Redlining contracts can be frustrating when you don’t know how to use MS Word’s Track Changes features to your advantage. According to a recent poll, 91% of contract negotiators (myself included) use Microsoft Word’s Track Changes to redline contracts. But no one ever taught us how to leverage Track Changes for contract review purposes. Until now!
In this newsletter, I’m going to show you how to master MS Word’s Track Changes features which will lead to faster contract reviews, less back-and-forth, more enjoyment of your work, and greater negotiation leverage.
My name is Nada Alnajafi. I’m a seasoned in-house attorney, blogger, author, and speaker who loves working with, talking about, and writing about contracts. And I’m determined to transform the way us lawyers and contracts professionals redline contracts for the better.
MS Word likes to call new users “Author.” That’s the default setting. Unless you and the other parties negotiating a contract go in and change the Author Name, you’re all going to be called “Author” and that’s going to make it really difficult to identify who wrote which redline.
What we know: That we don’t want to be called “Author.”
What you need to decide: How do you want to label yourself in the comments?
What to Call Yourself?
What’s in a name?
That which we call a rose
By any other name would smell as sweet.
Ah yes, the age-old question. What’s in a name? And would our redlines smell as sweet if they were labeled with “Author”? I think not.
When you are drafting, reviewing, or negotiating a contract, the name you use within MS Word indicates many things, including:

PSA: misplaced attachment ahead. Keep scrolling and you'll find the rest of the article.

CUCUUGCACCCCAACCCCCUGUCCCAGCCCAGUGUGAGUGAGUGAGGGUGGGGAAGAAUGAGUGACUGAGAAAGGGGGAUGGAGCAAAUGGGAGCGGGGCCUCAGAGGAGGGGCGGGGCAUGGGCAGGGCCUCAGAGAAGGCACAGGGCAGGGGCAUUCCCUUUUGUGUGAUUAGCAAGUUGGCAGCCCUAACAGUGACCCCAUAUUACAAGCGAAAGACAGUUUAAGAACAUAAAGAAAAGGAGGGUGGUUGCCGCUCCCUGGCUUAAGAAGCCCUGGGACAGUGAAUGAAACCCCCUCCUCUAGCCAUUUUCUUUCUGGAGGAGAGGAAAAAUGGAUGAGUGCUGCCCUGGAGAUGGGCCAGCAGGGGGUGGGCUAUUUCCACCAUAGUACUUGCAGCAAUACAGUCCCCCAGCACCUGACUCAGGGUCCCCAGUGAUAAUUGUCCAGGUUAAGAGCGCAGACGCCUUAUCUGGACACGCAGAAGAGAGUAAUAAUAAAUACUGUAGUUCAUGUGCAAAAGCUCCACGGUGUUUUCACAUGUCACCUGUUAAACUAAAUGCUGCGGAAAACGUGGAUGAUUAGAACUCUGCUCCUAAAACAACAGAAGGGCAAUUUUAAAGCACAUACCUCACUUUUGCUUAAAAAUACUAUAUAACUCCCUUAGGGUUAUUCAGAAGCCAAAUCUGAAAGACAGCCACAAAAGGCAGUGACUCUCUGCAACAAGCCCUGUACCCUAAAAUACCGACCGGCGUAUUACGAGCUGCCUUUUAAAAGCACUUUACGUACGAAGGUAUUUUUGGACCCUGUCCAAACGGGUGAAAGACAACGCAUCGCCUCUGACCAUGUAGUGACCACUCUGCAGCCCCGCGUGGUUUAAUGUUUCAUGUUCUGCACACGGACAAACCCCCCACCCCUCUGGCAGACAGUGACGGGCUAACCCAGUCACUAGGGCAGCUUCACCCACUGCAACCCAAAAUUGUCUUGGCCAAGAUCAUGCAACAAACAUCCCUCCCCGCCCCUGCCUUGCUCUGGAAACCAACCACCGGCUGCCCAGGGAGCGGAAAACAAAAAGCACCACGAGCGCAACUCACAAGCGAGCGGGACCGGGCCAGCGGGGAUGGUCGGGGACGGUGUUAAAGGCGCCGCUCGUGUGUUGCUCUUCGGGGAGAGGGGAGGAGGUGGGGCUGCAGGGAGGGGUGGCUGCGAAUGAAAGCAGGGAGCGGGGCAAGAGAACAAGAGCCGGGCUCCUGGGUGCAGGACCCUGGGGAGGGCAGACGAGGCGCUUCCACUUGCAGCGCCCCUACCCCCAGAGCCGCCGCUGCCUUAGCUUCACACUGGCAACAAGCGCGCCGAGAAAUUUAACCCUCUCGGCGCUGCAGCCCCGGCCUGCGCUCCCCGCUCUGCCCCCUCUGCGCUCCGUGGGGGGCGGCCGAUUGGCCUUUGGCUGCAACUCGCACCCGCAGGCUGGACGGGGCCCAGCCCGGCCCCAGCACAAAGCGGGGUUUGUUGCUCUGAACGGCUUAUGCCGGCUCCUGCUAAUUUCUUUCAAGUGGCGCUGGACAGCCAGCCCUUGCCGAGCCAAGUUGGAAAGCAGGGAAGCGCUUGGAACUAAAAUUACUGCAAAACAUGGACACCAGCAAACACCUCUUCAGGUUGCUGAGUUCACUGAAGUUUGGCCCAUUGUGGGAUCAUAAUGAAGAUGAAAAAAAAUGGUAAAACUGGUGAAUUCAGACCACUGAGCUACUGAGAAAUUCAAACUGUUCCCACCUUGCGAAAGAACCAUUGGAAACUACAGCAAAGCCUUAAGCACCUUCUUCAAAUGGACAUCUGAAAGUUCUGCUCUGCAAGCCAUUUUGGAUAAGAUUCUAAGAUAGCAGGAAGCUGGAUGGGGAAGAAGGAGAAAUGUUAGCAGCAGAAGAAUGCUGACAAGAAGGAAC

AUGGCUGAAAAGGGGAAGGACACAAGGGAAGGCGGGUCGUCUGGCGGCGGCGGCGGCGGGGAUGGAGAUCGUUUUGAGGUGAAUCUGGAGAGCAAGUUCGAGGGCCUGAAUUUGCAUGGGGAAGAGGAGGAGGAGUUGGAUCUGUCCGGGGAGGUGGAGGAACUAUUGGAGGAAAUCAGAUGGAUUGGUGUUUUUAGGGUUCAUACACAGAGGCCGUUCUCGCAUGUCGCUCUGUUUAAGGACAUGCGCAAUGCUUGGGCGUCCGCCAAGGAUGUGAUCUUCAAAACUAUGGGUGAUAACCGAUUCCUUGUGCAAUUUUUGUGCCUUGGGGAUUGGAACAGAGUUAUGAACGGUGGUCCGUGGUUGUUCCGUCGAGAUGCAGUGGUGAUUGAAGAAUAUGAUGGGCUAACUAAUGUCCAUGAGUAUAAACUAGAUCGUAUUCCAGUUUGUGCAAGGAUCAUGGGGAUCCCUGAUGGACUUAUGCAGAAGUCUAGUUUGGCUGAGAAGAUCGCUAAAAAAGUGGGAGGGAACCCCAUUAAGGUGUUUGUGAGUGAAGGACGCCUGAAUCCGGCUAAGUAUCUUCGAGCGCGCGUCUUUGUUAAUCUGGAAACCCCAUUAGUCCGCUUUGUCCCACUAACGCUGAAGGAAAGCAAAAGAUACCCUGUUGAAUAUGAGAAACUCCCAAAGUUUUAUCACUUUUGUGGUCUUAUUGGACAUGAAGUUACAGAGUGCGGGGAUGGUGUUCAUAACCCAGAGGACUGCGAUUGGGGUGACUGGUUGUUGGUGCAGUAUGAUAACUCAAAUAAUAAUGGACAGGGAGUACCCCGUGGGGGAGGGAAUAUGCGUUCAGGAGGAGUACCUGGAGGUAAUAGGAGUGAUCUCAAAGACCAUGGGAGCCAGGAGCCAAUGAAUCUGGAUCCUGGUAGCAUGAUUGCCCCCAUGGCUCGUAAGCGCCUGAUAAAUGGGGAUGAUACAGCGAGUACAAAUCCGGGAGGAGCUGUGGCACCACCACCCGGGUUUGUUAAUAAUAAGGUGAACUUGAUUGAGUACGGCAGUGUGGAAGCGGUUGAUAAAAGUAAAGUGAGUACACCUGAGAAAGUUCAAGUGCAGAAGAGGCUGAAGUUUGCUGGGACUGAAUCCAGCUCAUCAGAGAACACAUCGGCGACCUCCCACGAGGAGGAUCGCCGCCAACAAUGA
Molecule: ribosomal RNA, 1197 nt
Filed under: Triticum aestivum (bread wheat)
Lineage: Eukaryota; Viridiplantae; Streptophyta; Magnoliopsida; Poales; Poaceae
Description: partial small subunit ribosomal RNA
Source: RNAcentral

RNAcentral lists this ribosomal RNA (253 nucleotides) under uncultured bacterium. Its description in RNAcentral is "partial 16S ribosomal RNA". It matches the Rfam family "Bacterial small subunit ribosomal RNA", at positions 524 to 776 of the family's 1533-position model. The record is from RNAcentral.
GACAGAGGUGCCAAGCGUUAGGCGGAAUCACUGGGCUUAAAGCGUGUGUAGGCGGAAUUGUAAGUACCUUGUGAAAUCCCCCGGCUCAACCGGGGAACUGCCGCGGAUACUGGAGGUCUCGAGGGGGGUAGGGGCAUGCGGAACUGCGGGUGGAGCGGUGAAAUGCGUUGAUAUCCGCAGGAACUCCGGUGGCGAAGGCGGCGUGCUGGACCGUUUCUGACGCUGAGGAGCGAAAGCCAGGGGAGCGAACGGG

Who drafted the document?
Who is negotiating for Legal versus another business group?
Who cares about what?
Who is taking the lead on the negotiations?
How your counterparties will address you?
Which company you represent?
Who should you lookup on LinkedIn?
Similarly, the other parties’ Author Names will tell you a lot about who you are working with. So when you are deciding what to call yourself within MS Word, consider what type of information you want to communicate with your label. Do you want to communicate your name and company? Your name, company, and group? Your level of seniority?
My personal preference is to use the initials or short form for my company, and then my full name. Like this:
FT - Nada Alnajafi
When you’re working with various internal parties on a deal (such as Data Privacy or InfoSec), it can be helpful to indicate which group you are representing. Like this:
FT Legal - Nada Alnajafi
Or do you want to keep this information under wraps and fly under the radar a little bit longer? If so, then perhaps a catch-all with your company’s name would be more appropriate at this time.
Either way, we (you) are so much more than just “Author.”
So, how do you currently label yourself and what does it say about you? Do you want to keep it or change it? If you’re ready to change your Author Name, follow the steps below. ⬇
Follow These Steps to Change Your Author Name
1.Go to the Review tab.
2. Click the Tracking down arrow.
3. Click on Change User Name…
4. Go to the center of the Word Options box where it says “Personalize your copy of Microsoft Office.” Change the User name and Initials. Note: Whatever you type in here will be displayed in the Comments.
5. Check the box next to “Always use these values regardless of sign in to Office.” This Author Name will be applied to all existing and new documents, unless you change it.
Nada Alnajafi is the Founder of Contract Nerds, Author of Contract Redlining Etiquette, and a seasoned in-house attorney. She is a contracts expert with 15+ years working in-house counsel for companies of all sizes and across various industries.